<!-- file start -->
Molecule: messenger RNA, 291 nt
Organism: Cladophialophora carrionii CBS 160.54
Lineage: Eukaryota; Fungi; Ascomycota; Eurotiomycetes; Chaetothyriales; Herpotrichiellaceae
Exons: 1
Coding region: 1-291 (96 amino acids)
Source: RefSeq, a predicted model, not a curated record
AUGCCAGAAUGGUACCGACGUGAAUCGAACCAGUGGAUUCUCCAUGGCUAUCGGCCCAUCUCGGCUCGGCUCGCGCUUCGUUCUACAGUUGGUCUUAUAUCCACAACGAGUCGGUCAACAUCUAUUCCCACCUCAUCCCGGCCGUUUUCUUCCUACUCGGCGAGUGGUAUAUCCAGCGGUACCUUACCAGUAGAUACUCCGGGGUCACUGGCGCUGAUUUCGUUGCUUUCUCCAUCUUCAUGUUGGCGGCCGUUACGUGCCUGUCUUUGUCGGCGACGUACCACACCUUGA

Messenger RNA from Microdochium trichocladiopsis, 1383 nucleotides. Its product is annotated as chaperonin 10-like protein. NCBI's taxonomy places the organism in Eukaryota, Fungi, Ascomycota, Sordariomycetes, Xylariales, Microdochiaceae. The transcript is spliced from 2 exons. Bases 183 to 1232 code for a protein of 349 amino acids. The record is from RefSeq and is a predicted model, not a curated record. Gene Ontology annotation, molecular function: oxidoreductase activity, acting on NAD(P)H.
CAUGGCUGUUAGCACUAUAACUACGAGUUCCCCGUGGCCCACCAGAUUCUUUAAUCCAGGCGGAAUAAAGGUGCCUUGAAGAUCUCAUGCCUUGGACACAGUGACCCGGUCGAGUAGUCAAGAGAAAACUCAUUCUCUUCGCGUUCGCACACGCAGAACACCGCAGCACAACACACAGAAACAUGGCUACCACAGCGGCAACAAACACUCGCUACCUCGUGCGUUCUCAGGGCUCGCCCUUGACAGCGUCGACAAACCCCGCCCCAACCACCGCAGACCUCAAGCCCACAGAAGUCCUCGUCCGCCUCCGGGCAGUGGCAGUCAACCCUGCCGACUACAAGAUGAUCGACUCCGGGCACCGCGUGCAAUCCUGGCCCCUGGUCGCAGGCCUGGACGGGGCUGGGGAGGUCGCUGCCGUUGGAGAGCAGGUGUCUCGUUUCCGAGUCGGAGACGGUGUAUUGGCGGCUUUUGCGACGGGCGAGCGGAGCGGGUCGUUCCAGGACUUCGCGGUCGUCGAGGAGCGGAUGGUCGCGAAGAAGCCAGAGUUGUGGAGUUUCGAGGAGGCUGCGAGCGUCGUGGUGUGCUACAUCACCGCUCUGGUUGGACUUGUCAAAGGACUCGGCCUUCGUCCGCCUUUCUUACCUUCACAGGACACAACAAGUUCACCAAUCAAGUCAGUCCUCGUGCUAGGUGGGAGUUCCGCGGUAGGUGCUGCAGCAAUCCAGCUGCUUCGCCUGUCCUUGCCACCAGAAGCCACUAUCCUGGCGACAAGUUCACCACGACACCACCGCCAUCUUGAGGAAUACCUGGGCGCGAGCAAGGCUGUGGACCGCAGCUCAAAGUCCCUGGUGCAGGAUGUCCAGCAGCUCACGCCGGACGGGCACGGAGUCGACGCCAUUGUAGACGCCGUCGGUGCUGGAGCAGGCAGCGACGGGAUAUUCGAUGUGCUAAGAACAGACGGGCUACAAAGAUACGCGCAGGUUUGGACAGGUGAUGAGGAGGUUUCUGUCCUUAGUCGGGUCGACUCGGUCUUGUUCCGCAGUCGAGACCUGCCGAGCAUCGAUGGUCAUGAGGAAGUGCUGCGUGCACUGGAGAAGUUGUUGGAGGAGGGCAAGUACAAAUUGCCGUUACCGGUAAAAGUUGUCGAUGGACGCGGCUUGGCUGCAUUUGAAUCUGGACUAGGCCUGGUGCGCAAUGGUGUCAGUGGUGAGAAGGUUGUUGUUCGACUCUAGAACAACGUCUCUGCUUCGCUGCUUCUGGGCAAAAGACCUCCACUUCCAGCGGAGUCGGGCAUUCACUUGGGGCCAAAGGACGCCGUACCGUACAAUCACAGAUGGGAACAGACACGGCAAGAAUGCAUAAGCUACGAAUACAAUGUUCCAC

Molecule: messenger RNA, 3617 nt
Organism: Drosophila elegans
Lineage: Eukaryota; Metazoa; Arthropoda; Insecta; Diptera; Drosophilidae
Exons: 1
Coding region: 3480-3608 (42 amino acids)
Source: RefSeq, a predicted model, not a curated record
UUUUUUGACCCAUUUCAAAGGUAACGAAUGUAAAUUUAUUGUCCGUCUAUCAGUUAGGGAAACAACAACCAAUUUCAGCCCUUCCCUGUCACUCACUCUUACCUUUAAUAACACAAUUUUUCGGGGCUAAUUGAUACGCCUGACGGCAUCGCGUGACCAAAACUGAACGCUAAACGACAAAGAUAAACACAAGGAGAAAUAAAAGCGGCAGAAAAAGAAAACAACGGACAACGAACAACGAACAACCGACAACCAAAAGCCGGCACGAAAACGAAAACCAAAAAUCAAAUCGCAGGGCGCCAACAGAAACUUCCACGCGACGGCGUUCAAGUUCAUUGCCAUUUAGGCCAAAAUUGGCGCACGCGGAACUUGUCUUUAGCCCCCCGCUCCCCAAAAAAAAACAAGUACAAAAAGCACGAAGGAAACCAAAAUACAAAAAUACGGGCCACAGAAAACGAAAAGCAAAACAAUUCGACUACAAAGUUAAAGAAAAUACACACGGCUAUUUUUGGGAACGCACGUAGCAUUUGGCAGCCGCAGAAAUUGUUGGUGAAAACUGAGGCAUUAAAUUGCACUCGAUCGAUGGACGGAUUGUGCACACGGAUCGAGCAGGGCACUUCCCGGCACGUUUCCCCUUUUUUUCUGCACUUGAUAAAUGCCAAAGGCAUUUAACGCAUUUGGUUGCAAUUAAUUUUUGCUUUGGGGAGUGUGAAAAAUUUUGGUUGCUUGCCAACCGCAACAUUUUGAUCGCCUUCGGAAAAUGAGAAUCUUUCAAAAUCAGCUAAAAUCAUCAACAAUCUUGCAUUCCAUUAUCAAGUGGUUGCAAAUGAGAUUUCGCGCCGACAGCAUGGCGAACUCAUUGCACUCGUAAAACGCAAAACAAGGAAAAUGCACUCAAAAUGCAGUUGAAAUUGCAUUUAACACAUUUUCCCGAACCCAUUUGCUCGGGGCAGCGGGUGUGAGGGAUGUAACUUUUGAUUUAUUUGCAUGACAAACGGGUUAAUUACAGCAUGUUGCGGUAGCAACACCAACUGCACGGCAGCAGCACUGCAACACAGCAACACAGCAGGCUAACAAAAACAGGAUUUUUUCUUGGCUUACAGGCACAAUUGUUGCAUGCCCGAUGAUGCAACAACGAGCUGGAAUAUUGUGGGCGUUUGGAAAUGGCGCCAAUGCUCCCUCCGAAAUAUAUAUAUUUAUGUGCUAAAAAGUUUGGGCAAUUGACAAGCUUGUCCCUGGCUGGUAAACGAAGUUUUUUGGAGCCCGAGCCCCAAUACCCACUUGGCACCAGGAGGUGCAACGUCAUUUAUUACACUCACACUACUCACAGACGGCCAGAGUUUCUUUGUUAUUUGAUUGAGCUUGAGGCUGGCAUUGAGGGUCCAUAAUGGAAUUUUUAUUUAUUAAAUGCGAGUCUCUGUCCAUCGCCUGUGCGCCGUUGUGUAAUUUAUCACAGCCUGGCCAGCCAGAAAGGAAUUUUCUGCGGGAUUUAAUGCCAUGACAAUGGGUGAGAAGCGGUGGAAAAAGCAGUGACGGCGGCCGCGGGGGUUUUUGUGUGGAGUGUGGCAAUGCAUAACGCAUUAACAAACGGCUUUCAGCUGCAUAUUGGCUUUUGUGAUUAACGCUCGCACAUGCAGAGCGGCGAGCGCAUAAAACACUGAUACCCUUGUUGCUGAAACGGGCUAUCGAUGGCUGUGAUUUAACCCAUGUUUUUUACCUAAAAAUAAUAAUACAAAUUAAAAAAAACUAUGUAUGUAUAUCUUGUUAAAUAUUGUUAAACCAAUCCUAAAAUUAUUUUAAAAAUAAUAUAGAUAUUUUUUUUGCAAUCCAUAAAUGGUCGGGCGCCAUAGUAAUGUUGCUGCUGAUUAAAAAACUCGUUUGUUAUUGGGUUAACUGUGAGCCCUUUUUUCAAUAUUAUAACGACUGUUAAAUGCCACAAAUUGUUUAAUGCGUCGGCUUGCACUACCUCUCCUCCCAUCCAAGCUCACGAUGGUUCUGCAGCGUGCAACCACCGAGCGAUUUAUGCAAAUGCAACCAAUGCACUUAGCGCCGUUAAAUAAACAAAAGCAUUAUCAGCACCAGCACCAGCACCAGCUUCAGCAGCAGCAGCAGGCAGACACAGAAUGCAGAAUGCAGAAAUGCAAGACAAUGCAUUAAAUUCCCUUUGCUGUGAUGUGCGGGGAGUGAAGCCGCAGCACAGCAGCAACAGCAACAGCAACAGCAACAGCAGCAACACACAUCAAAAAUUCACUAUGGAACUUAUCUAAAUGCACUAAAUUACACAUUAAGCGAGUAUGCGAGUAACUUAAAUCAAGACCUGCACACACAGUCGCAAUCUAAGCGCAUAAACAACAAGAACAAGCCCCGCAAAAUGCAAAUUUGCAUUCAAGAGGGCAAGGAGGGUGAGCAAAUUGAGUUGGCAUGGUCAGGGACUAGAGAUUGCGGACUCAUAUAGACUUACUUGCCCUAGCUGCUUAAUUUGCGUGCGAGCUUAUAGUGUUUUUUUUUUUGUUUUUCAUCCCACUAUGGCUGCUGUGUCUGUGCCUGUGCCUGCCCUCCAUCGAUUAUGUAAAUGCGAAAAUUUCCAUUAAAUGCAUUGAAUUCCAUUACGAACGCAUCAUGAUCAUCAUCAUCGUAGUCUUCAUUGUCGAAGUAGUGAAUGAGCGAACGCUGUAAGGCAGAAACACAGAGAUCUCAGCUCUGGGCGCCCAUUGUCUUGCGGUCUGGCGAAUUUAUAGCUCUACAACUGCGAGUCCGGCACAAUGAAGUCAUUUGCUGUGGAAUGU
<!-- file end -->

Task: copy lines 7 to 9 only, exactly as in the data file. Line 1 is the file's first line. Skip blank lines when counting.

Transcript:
AUGCCAGAAUGGUACCGACGUGAAUCGAACCAGUGGAUUCUCCAUGGCUAUCGGCCCAUCUCGGCUCGGCUCGCGCUUCGUUCUACAGUUGGUCUUAUAUCCACAACGAGUCGGUCAACAUCUAUUCCCACCUCAUCCCGGCCGUUUUCUUCCUACUCGGCGAGUGGUAUAUCCAGCGGUACCUUACCAGUAGAUACUCCGGGGUCACUGGCGCUGAUUUCGUUGCUUUCUCCAUCUUCAUGUUGGCGGCCGUUACGUGCCUGUCUUUGUCGGCGACGUACCACACCUUGA

Messenger RNA from Microdochium trichocladiopsis, 1383 nucleotides. Its product is annotated as chaperonin 10-like protein. NCBI's taxonomy places the organism in Eukaryota, Fungi, Ascomycota, Sordariomycetes, Xylariales, Microdochiaceae. The transcript is spliced from 2 exons. Bases 183 to 1232 code for a protein of 349 amino acids. The record is from RefSeq and is a predicted model, not a curated record. Gene Ontology annotation, molecular function: oxidoreductase activity, acting on NAD(P)H.
CAUGGCUGUUAGCACUAUAACUACGAGUUCCCCGUGGCCCACCAGAUUCUUUAAUCCAGGCGGAAUAAAGGUGCCUUGAAGAUCUCAUGCCUUGGACACAGUGACCCGGUCGAGUAGUCAAGAGAAAACUCAUUCUCUUCGCGUUCGCACACGCAGAACACCGCAGCACAACACACAGAAACAUGGCUACCACAGCGGCAACAAACACUCGCUACCUCGUGCGUUCUCAGGGCUCGCCCUUGACAGCGUCGACAAACCCCGCCCCAACCACCGCAGACCUCAAGCCCACAGAAGUCCUCGUCCGCCUCCGGGCAGUGGCAGUCAACCCUGCCGACUACAAGAUGAUCGACUCCGGGCACCGCGUGCAAUCCUGGCCCCUGGUCGCAGGCCUGGACGGGGCUGGGGAGGUCGCUGCCGUUGGAGAGCAGGUGUCUCGUUUCCGAGUCGGAGACGGUGUAUUGGCGGCUUUUGCGACGGGCGAGCGGAGCGGGUCGUUCCAGGACUUCGCGGUCGUCGAGGAGCGGAUGGUCGCGAAGAAGCCAGAGUUGUGGAGUUUCGAGGAGGCUGCGAGCGUCGUGGUGUGCUACAUCACCGCUCUGGUUGGACUUGUCAAAGGACUCGGCCUUCGUCCGCCUUUCUUACCUUCACAGGACACAACAAGUUCACCAAUCAAGUCAGUCCUCGUGCUAGGUGGGAGUUCCGCGGUAGGUGCUGCAGCAAUCCAGCUGCUUCGCCUGUCCUUGCCACCAGAAGCCACUAUCCUGGCGACAAGUUCACCACGACACCACCGCCAUCUUGAGGAAUACCUGGGCGCGAGCAAGGCUGUGGACCGCAGCUCAAAGUCCCUGGUGCAGGAUGUCCAGCAGCUCACGCCGGACGGGCACGGAGUCGACGCCAUUGUAGACGCCGUCGGUGCUGGAGCAGGCAGCGACGGGAUAUUCGAUGUGCUAAGAACAGACGGGCUACAAAGAUACGCGCAGGUUUGGACAGGUGAUGAGGAGGUUUCUGUCCUUAGUCGGGUCGACUCGGUCUUGUUCCGCAGUCGAGACCUGCCGAGCAUCGAUGGUCAUGAGGAAGUGCUGCGUGCACUGGAGAAGUUGUUGGAGGAGGGCAAGUACAAAUUGCCGUUACCGGUAAAAGUUGUCGAUGGACGCGGCUUGGCUGCAUUUGAAUCUGGACUAGGCCUGGUGCGCAAUGGUGUCAGUGGUGAGAAGGUUGUUGUUCGACUCUAGAACAACGUCUCUGCUUCGCUGCUUCUGGGCAAAAGACCUCCACUUCCAGCGGAGUCGGGCAUUCACUUGGGGCCAAAGGACGCCGUACCGUACAAUCACAGAUGGGAACAGACACGGCAAGAAUGCAUAAGCUACGAAUACAAUGUUCCAC